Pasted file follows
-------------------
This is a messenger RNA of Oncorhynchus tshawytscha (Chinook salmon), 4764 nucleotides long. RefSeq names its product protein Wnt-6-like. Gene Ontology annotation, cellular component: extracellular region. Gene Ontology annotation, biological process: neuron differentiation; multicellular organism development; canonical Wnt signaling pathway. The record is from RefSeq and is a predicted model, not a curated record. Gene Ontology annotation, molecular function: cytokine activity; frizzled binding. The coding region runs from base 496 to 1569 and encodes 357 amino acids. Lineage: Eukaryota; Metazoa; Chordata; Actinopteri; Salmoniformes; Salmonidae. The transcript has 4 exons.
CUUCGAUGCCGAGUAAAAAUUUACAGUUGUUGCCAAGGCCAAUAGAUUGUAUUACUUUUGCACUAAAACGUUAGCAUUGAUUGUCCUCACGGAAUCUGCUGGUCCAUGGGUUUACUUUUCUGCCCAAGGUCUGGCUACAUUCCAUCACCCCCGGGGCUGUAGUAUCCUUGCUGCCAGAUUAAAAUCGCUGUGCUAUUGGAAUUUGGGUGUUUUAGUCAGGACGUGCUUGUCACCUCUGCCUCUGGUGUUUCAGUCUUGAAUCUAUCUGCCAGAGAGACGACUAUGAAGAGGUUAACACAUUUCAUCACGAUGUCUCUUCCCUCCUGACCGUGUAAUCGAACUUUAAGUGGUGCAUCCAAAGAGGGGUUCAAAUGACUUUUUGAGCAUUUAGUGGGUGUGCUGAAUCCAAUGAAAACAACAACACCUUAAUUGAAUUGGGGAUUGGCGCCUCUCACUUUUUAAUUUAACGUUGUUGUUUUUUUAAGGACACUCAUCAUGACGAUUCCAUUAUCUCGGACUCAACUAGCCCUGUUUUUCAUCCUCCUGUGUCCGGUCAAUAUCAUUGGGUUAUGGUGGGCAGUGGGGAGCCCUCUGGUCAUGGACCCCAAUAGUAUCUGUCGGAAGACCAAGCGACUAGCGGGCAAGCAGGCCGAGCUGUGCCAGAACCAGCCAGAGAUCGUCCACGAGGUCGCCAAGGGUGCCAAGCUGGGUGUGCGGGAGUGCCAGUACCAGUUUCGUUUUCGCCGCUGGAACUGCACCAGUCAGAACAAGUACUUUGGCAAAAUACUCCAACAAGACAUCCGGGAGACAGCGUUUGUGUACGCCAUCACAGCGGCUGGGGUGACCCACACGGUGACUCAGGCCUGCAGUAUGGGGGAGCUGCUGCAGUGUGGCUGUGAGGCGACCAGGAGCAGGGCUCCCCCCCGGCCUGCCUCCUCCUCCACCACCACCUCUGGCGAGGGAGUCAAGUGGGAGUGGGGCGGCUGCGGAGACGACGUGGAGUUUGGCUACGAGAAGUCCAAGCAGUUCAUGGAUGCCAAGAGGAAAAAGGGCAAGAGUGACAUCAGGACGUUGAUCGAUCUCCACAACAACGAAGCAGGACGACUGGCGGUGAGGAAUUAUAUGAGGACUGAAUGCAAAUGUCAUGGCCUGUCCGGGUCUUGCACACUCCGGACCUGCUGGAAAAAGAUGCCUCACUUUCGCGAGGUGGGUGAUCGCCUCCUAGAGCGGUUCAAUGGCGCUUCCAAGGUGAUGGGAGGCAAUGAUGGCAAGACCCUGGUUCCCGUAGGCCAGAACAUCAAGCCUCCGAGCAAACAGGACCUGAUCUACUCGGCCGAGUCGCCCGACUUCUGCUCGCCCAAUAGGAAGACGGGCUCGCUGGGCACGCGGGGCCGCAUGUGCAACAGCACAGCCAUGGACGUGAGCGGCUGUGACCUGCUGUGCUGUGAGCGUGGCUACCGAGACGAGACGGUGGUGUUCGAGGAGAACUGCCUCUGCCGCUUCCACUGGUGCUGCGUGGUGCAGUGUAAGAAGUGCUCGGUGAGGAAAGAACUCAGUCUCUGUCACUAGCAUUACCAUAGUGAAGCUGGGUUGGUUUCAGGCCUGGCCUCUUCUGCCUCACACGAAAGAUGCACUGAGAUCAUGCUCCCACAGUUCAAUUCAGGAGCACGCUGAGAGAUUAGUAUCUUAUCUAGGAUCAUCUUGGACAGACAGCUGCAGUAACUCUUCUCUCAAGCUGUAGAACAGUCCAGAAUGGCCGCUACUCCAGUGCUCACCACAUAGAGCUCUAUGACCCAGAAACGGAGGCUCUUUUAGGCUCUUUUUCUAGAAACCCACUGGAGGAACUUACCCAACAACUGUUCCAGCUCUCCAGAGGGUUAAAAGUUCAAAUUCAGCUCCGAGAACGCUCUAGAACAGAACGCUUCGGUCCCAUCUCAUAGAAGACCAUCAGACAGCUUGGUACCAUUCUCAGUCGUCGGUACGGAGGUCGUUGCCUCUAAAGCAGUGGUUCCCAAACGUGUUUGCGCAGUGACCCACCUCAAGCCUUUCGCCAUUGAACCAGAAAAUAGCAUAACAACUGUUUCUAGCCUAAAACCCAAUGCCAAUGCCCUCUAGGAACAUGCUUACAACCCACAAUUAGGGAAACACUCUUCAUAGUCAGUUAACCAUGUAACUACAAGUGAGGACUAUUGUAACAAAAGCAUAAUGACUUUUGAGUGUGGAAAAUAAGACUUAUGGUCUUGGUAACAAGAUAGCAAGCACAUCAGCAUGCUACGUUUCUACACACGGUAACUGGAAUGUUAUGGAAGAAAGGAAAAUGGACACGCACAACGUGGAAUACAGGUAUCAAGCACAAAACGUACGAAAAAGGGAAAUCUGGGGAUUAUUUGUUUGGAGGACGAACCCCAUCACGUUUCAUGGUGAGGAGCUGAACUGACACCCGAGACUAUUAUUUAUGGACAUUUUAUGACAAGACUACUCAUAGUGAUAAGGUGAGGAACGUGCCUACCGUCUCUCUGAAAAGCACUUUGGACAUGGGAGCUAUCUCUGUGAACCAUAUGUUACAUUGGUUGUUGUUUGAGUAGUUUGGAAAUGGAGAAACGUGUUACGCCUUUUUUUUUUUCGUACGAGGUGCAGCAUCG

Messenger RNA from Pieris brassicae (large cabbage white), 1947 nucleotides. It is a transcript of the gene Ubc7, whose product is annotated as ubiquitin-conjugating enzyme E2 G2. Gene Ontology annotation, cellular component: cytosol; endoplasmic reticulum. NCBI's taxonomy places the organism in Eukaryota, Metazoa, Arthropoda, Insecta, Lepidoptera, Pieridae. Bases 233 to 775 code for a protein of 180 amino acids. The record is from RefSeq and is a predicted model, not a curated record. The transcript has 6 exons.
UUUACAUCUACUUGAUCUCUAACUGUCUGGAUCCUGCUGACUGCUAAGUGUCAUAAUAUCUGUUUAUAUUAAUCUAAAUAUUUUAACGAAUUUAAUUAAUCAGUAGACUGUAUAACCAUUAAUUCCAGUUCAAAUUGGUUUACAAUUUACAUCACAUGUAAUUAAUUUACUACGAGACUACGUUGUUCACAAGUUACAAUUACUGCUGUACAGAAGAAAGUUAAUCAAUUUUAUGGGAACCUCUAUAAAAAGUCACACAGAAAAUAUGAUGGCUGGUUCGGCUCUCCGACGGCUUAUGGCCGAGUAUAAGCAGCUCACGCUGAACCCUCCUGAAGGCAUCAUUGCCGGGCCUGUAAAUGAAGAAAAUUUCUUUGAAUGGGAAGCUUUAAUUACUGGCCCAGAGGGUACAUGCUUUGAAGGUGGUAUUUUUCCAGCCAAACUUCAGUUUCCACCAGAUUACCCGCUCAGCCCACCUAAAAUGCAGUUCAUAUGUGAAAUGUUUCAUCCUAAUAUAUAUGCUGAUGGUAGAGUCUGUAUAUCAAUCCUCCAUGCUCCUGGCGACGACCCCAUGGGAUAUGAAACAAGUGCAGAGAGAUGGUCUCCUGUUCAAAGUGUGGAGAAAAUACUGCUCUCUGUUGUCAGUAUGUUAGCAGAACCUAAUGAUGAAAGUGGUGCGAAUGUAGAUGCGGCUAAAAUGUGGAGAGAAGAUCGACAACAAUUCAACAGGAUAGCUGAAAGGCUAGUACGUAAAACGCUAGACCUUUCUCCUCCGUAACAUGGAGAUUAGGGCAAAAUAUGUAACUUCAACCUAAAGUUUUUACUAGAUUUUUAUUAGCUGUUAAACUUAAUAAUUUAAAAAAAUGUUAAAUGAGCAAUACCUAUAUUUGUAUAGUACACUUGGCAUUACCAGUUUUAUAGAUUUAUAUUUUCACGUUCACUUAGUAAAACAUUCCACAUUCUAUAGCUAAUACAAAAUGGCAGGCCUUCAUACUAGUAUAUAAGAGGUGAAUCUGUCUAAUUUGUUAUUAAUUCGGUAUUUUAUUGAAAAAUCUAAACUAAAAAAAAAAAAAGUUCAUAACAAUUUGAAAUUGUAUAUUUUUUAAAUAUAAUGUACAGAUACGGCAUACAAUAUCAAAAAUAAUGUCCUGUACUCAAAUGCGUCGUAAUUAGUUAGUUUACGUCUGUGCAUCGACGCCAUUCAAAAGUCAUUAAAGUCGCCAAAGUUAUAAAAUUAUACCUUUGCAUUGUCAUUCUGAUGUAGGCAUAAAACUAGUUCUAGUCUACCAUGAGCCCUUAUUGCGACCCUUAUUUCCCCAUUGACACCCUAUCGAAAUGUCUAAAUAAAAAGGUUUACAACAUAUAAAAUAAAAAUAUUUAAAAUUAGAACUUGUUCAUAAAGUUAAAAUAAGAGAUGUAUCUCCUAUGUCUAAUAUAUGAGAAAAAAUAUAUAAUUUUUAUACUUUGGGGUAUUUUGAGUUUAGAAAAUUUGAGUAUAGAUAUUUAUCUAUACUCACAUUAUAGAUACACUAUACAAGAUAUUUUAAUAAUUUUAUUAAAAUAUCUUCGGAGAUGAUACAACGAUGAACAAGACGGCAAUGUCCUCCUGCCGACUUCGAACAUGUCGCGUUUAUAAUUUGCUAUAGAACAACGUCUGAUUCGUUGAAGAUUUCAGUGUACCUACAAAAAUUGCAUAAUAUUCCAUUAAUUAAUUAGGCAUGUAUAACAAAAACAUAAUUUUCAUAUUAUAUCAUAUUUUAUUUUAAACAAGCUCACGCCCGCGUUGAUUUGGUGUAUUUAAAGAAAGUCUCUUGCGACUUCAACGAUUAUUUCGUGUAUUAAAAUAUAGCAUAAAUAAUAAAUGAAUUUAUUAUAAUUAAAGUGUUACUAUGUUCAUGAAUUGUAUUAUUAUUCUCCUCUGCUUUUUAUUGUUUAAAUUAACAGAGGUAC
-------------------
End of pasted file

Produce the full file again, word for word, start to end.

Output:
This is a messenger RNA of Oncorhynchus tshawytscha (Chinook salmon), 4764 nucleotides long. RefSeq names its product protein Wnt-6-like. Gene Ontology annotation, cellular component: extracellular region. Gene Ontology annotation, biological process: neuron differentiation; multicellular organism development; canonical Wnt signaling pathway. The record is from RefSeq and is a predicted model, not a curated record. Gene Ontology annotation, molecular function: cytokine activity; frizzled binding. The coding region runs from base 496 to 1569 and encodes 357 amino acids. Lineage: Eukaryota; Metazoa; Chordata; Actinopteri; Salmoniformes; Salmonidae. The transcript has 4 exons.
CUUCGAUGCCGAGUAAAAAUUUACAGUUGUUGCCAAGGCCAAUAGAUUGUAUUACUUUUGCACUAAAACGUUAGCAUUGAUUGUCCUCACGGAAUCUGCUGGUCCAUGGGUUUACUUUUCUGCCCAAGGUCUGGCUACAUUCCAUCACCCCCGGGGCUGUAGUAUCCUUGCUGCCAGAUUAAAAUCGCUGUGCUAUUGGAAUUUGGGUGUUUUAGUCAGGACGUGCUUGUCACCUCUGCCUCUGGUGUUUCAGUCUUGAAUCUAUCUGCCAGAGAGACGACUAUGAAGAGGUUAACACAUUUCAUCACGAUGUCUCUUCCCUCCUGACCGUGUAAUCGAACUUUAAGUGGUGCAUCCAAAGAGGGGUUCAAAUGACUUUUUGAGCAUUUAGUGGGUGUGCUGAAUCCAAUGAAAACAACAACACCUUAAUUGAAUUGGGGAUUGGCGCCUCUCACUUUUUAAUUUAACGUUGUUGUUUUUUUAAGGACACUCAUCAUGACGAUUCCAUUAUCUCGGACUCAACUAGCCCUGUUUUUCAUCCUCCUGUGUCCGGUCAAUAUCAUUGGGUUAUGGUGGGCAGUGGGGAGCCCUCUGGUCAUGGACCCCAAUAGUAUCUGUCGGAAGACCAAGCGACUAGCGGGCAAGCAGGCCGAGCUGUGCCAGAACCAGCCAGAGAUCGUCCACGAGGUCGCCAAGGGUGCCAAGCUGGGUGUGCGGGAGUGCCAGUACCAGUUUCGUUUUCGCCGCUGGAACUGCACCAGUCAGAACAAGUACUUUGGCAAAAUACUCCAACAAGACAUCCGGGAGACAGCGUUUGUGUACGCCAUCACAGCGGCUGGGGUGACCCACACGGUGACUCAGGCCUGCAGUAUGGGGGAGCUGCUGCAGUGUGGCUGUGAGGCGACCAGGAGCAGGGCUCCCCCCCGGCCUGCCUCCUCCUCCACCACCACCUCUGGCGAGGGAGUCAAGUGGGAGUGGGGCGGCUGCGGAGACGACGUGGAGUUUGGCUACGAGAAGUCCAAGCAGUUCAUGGAUGCCAAGAGGAAAAAGGGCAAGAGUGACAUCAGGACGUUGAUCGAUCUCCACAACAACGAAGCAGGACGACUGGCGGUGAGGAAUUAUAUGAGGACUGAAUGCAAAUGUCAUGGCCUGUCCGGGUCUUGCACACUCCGGACCUGCUGGAAAAAGAUGCCUCACUUUCGCGAGGUGGGUGAUCGCCUCCUAGAGCGGUUCAAUGGCGCUUCCAAGGUGAUGGGAGGCAAUGAUGGCAAGACCCUGGUUCCCGUAGGCCAGAACAUCAAGCCUCCGAGCAAACAGGACCUGAUCUACUCGGCCGAGUCGCCCGACUUCUGCUCGCCCAAUAGGAAGACGGGCUCGCUGGGCACGCGGGGCCGCAUGUGCAACAGCACAGCCAUGGACGUGAGCGGCUGUGACCUGCUGUGCUGUGAGCGUGGCUACCGAGACGAGACGGUGGUGUUCGAGGAGAACUGCCUCUGCCGCUUCCACUGGUGCUGCGUGGUGCAGUGUAAGAAGUGCUCGGUGAGGAAAGAACUCAGUCUCUGUCACUAGCAUUACCAUAGUGAAGCUGGGUUGGUUUCAGGCCUGGCCUCUUCUGCCUCACACGAAAGAUGCACUGAGAUCAUGCUCCCACAGUUCAAUUCAGGAGCACGCUGAGAGAUUAGUAUCUUAUCUAGGAUCAUCUUGGACAGACAGCUGCAGUAACUCUUCUCUCAAGCUGUAGAACAGUCCAGAAUGGCCGCUACUCCAGUGCUCACCACAUAGAGCUCUAUGACCCAGAAACGGAGGCUCUUUUAGGCUCUUUUUCUAGAAACCCACUGGAGGAACUUACCCAACAACUGUUCCAGCUCUCCAGAGGGUUAAAAGUUCAAAUUCAGCUCCGAGAACGCUCUAGAACAGAACGCUUCGGUCCCAUCUCAUAGAAGACCAUCAGACAGCUUGGUACCAUUCUCAGUCGUCGGUACGGAGGUCGUUGCCUCUAAAGCAGUGGUUCCCAAACGUGUUUGCGCAGUGACCCACCUCAAGCCUUUCGCCAUUGAACCAGAAAAUAGCAUAACAACUGUUUCUAGCCUAAAACCCAAUGCCAAUGCCCUCUAGGAACAUGCUUACAACCCACAAUUAGGGAAACACUCUUCAUAGUCAGUUAACCAUGUAACUACAAGUGAGGACUAUUGUAACAAAAGCAUAAUGACUUUUGAGUGUGGAAAAUAAGACUUAUGGUCUUGGUAACAAGAUAGCAAGCACAUCAGCAUGCUACGUUUCUACACACGGUAACUGGAAUGUUAUGGAAGAAAGGAAAAUGGACACGCACAACGUGGAAUACAGGUAUCAAGCACAAAACGUACGAAAAAGGGAAAUCUGGGGAUUAUUUGUUUGGAGGACGAACCCCAUCACGUUUCAUGGUGAGGAGCUGAACUGACACCCGAGACUAUUAUUUAUGGACAUUUUAUGACAAGACUACUCAUAGUGAUAAGGUGAGGAACGUGCCUACCGUCUCUCUGAAAAGCACUUUGGACAUGGGAGCUAUCUCUGUGAACCAUAUGUUACAUUGGUUGUUGUUUGAGUAGUUUGGAAAUGGAGAAACGUGUUACGCCUUUUUUUUUUUCGUACGAGGUGCAGCAUCG

Messenger RNA from Pieris brassicae (large cabbage white), 1947 nucleotides. It is a transcript of the gene Ubc7, whose product is annotated as ubiquitin-conjugating enzyme E2 G2. Gene Ontology annotation, cellular component: cytosol; endoplasmic reticulum. NCBI's taxonomy places the organism in Eukaryota, Metazoa, Arthropoda, Insecta, Lepidoptera, Pieridae. Bases 233 to 775 code for a protein of 180 amino acids. The record is from RefSeq and is a predicted model, not a curated record. The transcript has 6 exons.
UUUACAUCUACUUGAUCUCUAACUGUCUGGAUCCUGCUGACUGCUAAGUGUCAUAAUAUCUGUUUAUAUUAAUCUAAAUAUUUUAACGAAUUUAAUUAAUCAGUAGACUGUAUAACCAUUAAUUCCAGUUCAAAUUGGUUUACAAUUUACAUCACAUGUAAUUAAUUUACUACGAGACUACGUUGUUCACAAGUUACAAUUACUGCUGUACAGAAGAAAGUUAAUCAAUUUUAUGGGAACCUCUAUAAAAAGUCACACAGAAAAUAUGAUGGCUGGUUCGGCUCUCCGACGGCUUAUGGCCGAGUAUAAGCAGCUCACGCUGAACCCUCCUGAAGGCAUCAUUGCCGGGCCUGUAAAUGAAGAAAAUUUCUUUGAAUGGGAAGCUUUAAUUACUGGCCCAGAGGGUACAUGCUUUGAAGGUGGUAUUUUUCCAGCCAAACUUCAGUUUCCACCAGAUUACCCGCUCAGCCCACCUAAAAUGCAGUUCAUAUGUGAAAUGUUUCAUCCUAAUAUAUAUGCUGAUGGUAGAGUCUGUAUAUCAAUCCUCCAUGCUCCUGGCGACGACCCCAUGGGAUAUGAAACAAGUGCAGAGAGAUGGUCUCCUGUUCAAAGUGUGGAGAAAAUACUGCUCUCUGUUGUCAGUAUGUUAGCAGAACCUAAUGAUGAAAGUGGUGCGAAUGUAGAUGCGGCUAAAAUGUGGAGAGAAGAUCGACAACAAUUCAACAGGAUAGCUGAAAGGCUAGUACGUAAAACGCUAGACCUUUCUCCUCCGUAACAUGGAGAUUAGGGCAAAAUAUGUAACUUCAACCUAAAGUUUUUACUAGAUUUUUAUUAGCUGUUAAACUUAAUAAUUUAAAAAAAUGUUAAAUGAGCAAUACCUAUAUUUGUAUAGUACACUUGGCAUUACCAGUUUUAUAGAUUUAUAUUUUCACGUUCACUUAGUAAAACAUUCCACAUUCUAUAGCUAAUACAAAAUGGCAGGCCUUCAUACUAGUAUAUAAGAGGUGAAUCUGUCUAAUUUGUUAUUAAUUCGGUAUUUUAUUGAAAAAUCUAAACUAAAAAAAAAAAAAGUUCAUAACAAUUUGAAAUUGUAUAUUUUUUAAAUAUAAUGUACAGAUACGGCAUACAAUAUCAAAAAUAAUGUCCUGUACUCAAAUGCGUCGUAAUUAGUUAGUUUACGUCUGUGCAUCGACGCCAUUCAAAAGUCAUUAAAGUCGCCAAAGUUAUAAAAUUAUACCUUUGCAUUGUCAUUCUGAUGUAGGCAUAAAACUAGUUCUAGUCUACCAUGAGCCCUUAUUGCGACCCUUAUUUCCCCAUUGACACCCUAUCGAAAUGUCUAAAUAAAAAGGUUUACAACAUAUAAAAUAAAAAUAUUUAAAAUUAGAACUUGUUCAUAAAGUUAAAAUAAGAGAUGUAUCUCCUAUGUCUAAUAUAUGAGAAAAAAUAUAUAAUUUUUAUACUUUGGGGUAUUUUGAGUUUAGAAAAUUUGAGUAUAGAUAUUUAUCUAUACUCACAUUAUAGAUACACUAUACAAGAUAUUUUAAUAAUUUUAUUAAAAUAUCUUCGGAGAUGAUACAACGAUGAACAAGACGGCAAUGUCCUCCUGCCGACUUCGAACAUGUCGCGUUUAUAAUUUGCUAUAGAACAACGUCUGAUUCGUUGAAGAUUUCAGUGUACCUACAAAAAUUGCAUAAUAUUCCAUUAAUUAAUUAGGCAUGUAUAACAAAAACAUAAUUUUCAUAUUAUAUCAUAUUUUAUUUUAAACAAGCUCACGCCCGCGUUGAUUUGGUGUAUUUAAAGAAAGUCUCUUGCGACUUCAACGAUUAUUUCGUGUAUUAAAAUAUAGCAUAAAUAAUAAAUGAAUUUAUUAUAAUUAAAGUGUUACUAUGUUCAUGAAUUGUAUUAUUAUUCUCCUCUGCUUUUUAUUGUUUAAAUUAACAGAGGUAC